Dealing in Drug Education?
For many years now, students across the country have been through drug resistance programs to try to restrict their prevalence in the future generations. Ever since D.A.R.E, or Drug Abuse Resistance Education was formed in 1983 as a complement to Reagan’s ‘War on Drugs’, it has been the largest drug prevention organization in the country, representing over 75% of all drug prevention programs. I, like many others in the nation, have grown to passively accept D.A.R.E as a mildly obnoxious but somewhat necessary tool to protect our populace. However, the effects of D.A.R.E are not as clear cut and helpful as we’d like to believe. D.A.R.E has proved to be a failure of a drug resistance program, promoting false senses of security, failing to reduce the usage of drugs, and in some cases, possibly increasing their consumption.
D.A.R.E’s use of fear tactics to ‘educate’ students into making responsible life choices often simply devolve into misinformation and misunderstandings. One of the most criticized policies of D.A.R.E’s education strategies is their ‘zero tolerance message’. Children are taught, through the use of striking visuals, that drugs, in general, are bad. They are told to never partake in them, or face death. But they fail to go into depth of the mechanics and nature of the drugs themselves. The average student will have seen family members or adult friends using alcohol or tobacco at least on some occasion. Upon seeing the lack of adverse side effects when their parents, for example, drink at a party, students will either form a false perception of their parents’ activities, or disregard the D.A.R.E message altogether. In addition, the existence of D.A.R.E may lull parents into a sense of false security. With D.A.R.E’s existence so prevalent, parents often times neglect to personally teach kids the essentials as well, and the students are left to a floundering, fear mongering indoctrination ring.
“‘Take Charge of Your Life’ curriculum found a 3–4% increase in alcohol and cigarette use among 11th grade students who were not using either substance by seventh grade (at the beginning of the study) compared to those who never enrolled.”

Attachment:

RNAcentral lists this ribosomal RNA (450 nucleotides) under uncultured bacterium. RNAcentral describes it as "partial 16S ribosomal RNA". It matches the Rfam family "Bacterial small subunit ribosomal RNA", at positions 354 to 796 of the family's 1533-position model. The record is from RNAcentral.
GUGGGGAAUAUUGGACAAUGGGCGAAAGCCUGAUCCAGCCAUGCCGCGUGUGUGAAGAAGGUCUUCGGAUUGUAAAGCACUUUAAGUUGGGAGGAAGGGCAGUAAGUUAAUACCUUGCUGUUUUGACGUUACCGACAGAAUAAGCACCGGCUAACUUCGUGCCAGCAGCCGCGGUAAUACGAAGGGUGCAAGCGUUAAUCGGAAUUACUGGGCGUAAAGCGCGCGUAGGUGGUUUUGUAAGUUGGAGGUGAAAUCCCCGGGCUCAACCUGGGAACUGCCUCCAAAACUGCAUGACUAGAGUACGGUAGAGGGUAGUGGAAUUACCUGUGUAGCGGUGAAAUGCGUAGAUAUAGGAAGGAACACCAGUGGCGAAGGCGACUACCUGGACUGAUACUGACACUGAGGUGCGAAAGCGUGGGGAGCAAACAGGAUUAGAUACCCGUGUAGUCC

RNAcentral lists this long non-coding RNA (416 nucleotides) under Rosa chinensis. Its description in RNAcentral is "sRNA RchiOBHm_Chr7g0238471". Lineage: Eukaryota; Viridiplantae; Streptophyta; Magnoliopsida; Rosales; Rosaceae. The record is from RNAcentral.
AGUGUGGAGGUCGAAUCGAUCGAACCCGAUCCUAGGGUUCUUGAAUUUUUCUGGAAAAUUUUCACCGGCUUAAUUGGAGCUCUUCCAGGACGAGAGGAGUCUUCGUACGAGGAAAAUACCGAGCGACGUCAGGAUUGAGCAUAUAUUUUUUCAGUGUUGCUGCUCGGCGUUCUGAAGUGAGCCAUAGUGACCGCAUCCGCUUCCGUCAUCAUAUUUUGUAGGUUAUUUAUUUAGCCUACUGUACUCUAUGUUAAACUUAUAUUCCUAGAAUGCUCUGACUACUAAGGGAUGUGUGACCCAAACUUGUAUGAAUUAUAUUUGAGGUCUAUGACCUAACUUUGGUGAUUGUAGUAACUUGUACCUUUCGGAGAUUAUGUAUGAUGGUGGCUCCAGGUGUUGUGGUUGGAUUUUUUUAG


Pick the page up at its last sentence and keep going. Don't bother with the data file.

There is also a large amount of evidence that suggests that D.A.R.E does not reduce the prevalence of drugs, and is even linked to higher rates of abuse. A 2004 study discovered that the drug use habits of students enrolled in D.A.R.E are “indistinguishable” from the habits of students who are not enrolled in the program. Additional studies also discovered a 3–5% increase in suburbs for drug abuse in localities where D.A.R.E was predominant. Another peer reviewed study revealed that D.A.R.E’s “‘Take Charge of Your Life’ curriculum found a 3–4% increase in alcohol and cigarette use among 11th grade students who were not using either substance by seventh grade (at the beginning of the study) compared to those who never enrolled.” The D.A.R.E program’s methods have been proven to be ineffective and in many cases, reinforce negative behaviors. One of D.A.R.E’s long running programs, the A three decade long war on drugs and an increasing polarization on the issue has left the country clueless as to how to solve the epidemic of addiction.
Many parents are understandably concerned about the exposure their kids may have to drugs and alcohol. D.A.R.E has lulled many of us, including myself, into a false sense of security. However, D.A.R.E fails to effectively prevent drug abuse in our youth. Their use of outdated tactics only succeeds in creating an illusion of protection, when in reality does not instill in our students what they need to know to stay safe in an increasingly dangerous world. We have learned through four decades of failure that brute force is not the solution to the national drug epidemic. The failure of D.A.R.E, in tandem with concurrent forces like the war on drugs, has led to skyrocketing rates of substance abuse. In order, to help the next generation make informed decisions, we must actually inform them. If we give our children the information they need to make smarter decisions, we could do more than any amount of fear mongering could.